‘This is creepy’: In LA, scooters become the next data privacy fight
The next big political fight over data privacy may center on an unlikely piece of technology: The scooters currently flying around streets and scattered on sidewalks in cities across the country.
And as always, it’s brewing first in California, the state that last year enacted a landmark consumer privacy law that’s roiling Silicon Valley and Washington policymakers.
In Los Angeles, a dispute over how the city manages data embedded in Uber-operated scooters has emerged as a leading-edge privacy issue, foreshadowing a debate over the government’s role in managing sensitive data in a new era of connected transit.
City officials want granular location information on thousands of dockless scooters that are proliferating in the sprawling southern California metropolis. They say it’s critical to know what’s happening in their streets and ensure people are being served equitably.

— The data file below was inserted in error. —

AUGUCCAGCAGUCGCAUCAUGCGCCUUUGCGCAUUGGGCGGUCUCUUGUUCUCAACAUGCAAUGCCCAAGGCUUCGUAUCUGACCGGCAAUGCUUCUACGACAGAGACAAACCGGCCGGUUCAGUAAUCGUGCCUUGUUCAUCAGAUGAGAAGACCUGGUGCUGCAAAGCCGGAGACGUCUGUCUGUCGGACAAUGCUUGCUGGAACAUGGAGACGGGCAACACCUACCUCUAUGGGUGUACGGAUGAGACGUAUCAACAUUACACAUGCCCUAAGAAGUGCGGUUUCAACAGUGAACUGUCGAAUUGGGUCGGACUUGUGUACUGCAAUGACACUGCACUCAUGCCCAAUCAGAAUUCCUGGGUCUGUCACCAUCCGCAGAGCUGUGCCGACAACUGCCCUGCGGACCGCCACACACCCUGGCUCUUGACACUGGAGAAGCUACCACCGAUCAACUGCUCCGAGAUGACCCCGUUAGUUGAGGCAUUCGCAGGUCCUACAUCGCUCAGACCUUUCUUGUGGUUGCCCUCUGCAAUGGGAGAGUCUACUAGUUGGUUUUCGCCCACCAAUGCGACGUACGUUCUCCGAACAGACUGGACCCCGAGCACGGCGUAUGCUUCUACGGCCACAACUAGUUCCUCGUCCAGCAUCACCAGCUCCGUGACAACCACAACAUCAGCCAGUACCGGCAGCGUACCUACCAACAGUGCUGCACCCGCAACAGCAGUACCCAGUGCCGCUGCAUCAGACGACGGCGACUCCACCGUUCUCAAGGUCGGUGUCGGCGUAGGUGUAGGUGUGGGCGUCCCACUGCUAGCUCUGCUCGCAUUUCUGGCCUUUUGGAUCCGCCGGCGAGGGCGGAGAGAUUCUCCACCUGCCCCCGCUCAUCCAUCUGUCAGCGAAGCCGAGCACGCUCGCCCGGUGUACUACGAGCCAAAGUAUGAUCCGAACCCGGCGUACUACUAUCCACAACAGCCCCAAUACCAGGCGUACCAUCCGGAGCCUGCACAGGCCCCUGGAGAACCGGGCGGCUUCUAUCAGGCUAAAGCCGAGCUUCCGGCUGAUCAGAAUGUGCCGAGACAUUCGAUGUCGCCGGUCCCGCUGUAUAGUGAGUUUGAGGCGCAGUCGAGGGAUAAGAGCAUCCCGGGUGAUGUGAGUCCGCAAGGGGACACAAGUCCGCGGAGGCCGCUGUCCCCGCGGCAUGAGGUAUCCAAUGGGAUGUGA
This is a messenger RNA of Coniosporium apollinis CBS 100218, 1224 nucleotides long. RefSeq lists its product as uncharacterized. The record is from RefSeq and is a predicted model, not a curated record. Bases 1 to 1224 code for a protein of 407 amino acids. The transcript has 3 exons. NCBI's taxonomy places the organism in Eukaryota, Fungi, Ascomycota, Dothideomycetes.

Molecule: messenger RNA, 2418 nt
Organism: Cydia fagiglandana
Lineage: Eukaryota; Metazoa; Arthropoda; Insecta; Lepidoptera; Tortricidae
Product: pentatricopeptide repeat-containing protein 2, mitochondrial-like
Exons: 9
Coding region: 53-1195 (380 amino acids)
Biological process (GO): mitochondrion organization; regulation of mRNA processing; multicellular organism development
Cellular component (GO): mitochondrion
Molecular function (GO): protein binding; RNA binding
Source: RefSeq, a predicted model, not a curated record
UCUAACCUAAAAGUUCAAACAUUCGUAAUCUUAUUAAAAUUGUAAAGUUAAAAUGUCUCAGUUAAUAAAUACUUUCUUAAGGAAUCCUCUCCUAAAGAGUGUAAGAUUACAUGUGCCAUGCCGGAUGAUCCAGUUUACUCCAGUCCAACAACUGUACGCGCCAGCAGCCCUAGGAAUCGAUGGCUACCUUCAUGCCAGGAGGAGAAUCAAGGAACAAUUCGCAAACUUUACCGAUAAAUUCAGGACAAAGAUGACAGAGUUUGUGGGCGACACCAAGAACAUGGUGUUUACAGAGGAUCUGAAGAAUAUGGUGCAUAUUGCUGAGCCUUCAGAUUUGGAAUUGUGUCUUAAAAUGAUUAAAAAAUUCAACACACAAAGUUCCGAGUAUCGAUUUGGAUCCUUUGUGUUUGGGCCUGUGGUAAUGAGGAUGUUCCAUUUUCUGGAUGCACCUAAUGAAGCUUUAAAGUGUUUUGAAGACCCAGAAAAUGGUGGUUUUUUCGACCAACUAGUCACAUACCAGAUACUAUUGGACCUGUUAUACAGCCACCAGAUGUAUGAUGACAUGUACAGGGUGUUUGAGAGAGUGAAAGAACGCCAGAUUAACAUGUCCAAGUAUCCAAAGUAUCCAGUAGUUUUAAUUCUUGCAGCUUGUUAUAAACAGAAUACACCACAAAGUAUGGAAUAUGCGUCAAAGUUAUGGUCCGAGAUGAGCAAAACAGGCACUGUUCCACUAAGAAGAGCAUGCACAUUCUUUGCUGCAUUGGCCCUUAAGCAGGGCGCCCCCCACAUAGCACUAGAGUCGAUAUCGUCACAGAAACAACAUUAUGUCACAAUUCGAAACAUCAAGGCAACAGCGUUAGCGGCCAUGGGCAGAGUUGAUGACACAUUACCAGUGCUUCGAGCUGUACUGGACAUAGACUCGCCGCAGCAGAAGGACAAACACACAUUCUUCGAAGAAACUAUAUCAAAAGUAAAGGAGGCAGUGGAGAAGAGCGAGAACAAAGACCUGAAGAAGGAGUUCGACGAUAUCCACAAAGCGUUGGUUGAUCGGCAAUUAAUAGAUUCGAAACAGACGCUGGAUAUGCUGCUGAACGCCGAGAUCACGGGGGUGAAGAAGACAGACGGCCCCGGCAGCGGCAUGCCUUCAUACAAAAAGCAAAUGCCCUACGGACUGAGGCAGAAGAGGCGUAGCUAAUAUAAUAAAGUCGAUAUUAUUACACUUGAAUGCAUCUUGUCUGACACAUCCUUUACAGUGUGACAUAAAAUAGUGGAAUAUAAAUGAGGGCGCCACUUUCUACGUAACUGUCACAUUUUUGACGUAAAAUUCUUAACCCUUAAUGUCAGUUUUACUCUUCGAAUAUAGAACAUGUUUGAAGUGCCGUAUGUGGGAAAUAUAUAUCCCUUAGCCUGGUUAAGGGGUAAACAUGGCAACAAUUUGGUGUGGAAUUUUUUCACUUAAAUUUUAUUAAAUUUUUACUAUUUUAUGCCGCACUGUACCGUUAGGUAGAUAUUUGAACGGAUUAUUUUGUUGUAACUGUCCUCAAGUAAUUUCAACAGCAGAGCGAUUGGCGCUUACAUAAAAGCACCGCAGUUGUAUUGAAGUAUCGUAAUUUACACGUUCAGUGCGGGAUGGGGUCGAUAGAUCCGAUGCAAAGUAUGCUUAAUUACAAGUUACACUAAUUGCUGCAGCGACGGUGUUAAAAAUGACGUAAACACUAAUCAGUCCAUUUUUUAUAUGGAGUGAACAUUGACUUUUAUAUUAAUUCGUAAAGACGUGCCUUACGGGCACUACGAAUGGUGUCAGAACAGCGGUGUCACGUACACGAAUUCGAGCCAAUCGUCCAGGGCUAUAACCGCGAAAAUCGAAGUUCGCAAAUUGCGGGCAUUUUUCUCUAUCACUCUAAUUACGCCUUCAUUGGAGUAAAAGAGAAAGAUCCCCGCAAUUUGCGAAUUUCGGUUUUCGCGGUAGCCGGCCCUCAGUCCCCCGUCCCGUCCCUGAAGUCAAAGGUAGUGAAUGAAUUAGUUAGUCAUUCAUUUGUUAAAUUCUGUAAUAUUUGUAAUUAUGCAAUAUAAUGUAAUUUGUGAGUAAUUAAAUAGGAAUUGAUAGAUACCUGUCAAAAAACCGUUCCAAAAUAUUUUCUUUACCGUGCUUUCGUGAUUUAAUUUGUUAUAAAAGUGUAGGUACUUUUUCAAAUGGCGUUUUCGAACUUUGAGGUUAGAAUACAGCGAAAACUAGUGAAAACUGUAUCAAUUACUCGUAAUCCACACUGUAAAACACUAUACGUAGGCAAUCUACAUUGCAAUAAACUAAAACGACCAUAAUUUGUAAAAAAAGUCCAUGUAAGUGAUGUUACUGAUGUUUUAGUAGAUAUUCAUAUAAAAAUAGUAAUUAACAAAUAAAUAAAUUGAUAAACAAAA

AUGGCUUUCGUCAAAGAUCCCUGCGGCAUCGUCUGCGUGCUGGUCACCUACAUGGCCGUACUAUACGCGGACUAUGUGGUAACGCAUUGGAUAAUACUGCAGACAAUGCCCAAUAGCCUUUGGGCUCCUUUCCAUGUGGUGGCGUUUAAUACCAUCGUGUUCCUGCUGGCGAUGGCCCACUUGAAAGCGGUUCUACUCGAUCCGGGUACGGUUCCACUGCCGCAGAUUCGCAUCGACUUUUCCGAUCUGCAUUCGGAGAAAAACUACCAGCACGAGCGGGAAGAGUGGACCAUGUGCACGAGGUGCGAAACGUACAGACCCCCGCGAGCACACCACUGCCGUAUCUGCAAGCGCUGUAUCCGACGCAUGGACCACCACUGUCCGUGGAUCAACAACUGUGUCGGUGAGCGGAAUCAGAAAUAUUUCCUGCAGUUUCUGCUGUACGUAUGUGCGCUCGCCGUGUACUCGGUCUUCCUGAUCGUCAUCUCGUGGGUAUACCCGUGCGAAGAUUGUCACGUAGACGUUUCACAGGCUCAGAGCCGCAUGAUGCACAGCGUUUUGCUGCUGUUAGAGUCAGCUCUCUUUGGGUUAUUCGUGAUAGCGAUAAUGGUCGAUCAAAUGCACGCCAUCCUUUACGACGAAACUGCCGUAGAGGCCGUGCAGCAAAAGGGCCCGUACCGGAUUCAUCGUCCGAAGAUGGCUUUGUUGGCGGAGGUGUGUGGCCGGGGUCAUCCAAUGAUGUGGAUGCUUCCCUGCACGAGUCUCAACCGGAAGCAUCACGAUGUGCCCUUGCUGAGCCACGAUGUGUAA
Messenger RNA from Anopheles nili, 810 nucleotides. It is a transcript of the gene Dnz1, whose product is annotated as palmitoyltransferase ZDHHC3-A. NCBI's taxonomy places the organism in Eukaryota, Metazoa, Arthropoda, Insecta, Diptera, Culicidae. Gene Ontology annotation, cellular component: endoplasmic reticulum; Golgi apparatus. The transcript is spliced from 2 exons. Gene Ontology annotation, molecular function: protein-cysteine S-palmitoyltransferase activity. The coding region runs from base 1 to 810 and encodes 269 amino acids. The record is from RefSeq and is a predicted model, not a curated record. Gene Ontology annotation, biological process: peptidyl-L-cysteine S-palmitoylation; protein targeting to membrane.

But Uber’s dockless vehicle company, JUMP, is pushing back, arguing that the scale of data Los Angeles wants poses a menace to personal privacy.
In a letter to Los Angeles Department of Transportation manager Seleta Reynolds, the company warned of “an unprecedented level of surveillance, oversight, and control that LADOT would wield over private companies and individual citizens.” (Reynolds responded that those concerns were “uninformed, and therefore, falsely characterize” the situation.)
The clash opens another chapter in a long-running conflict between cities and mobility companies, like Uber, that previously sought to aggressively expand before getting official approval. Uber and Lyft have for years sparred with cities over access to what the companies consider valuable proprietary information.